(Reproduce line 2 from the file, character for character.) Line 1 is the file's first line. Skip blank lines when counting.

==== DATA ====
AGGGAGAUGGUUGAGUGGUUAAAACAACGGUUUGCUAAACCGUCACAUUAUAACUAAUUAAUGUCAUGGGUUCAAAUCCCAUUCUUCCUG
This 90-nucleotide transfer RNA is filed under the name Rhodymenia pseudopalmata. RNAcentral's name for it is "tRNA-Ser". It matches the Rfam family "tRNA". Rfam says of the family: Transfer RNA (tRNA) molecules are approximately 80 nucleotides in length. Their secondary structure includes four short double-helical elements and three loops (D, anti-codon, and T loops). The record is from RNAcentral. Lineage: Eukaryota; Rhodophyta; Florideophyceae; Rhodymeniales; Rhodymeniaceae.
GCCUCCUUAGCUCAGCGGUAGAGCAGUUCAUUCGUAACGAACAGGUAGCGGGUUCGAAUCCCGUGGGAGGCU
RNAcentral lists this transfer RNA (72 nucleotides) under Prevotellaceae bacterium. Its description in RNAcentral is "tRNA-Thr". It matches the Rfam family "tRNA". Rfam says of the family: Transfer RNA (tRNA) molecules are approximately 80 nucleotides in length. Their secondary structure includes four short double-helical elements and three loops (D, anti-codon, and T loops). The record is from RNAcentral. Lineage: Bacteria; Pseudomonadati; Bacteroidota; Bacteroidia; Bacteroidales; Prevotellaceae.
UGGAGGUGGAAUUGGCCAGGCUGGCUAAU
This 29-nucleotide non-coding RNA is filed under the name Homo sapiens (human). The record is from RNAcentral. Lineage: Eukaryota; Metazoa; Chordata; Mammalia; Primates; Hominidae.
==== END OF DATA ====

This 90-nucleotide transfer RNA is filed under the name Rhodymenia pseudopalmata. RNAcentral's name for it is "tRNA-Ser". It matches the Rfam family "tRNA". Rfam says of the family: Transfer RNA (tRNA) molecules are approximately 80 nucleotides in length. Their secondary structure includes four short double-helical elements and three loops (D, anti-codon, and T loops). The record is from RNAcentral. Lineage: Eukaryota; Rhodophyta; Florideophyceae; Rhodymeniales; Rhodymeniaceae.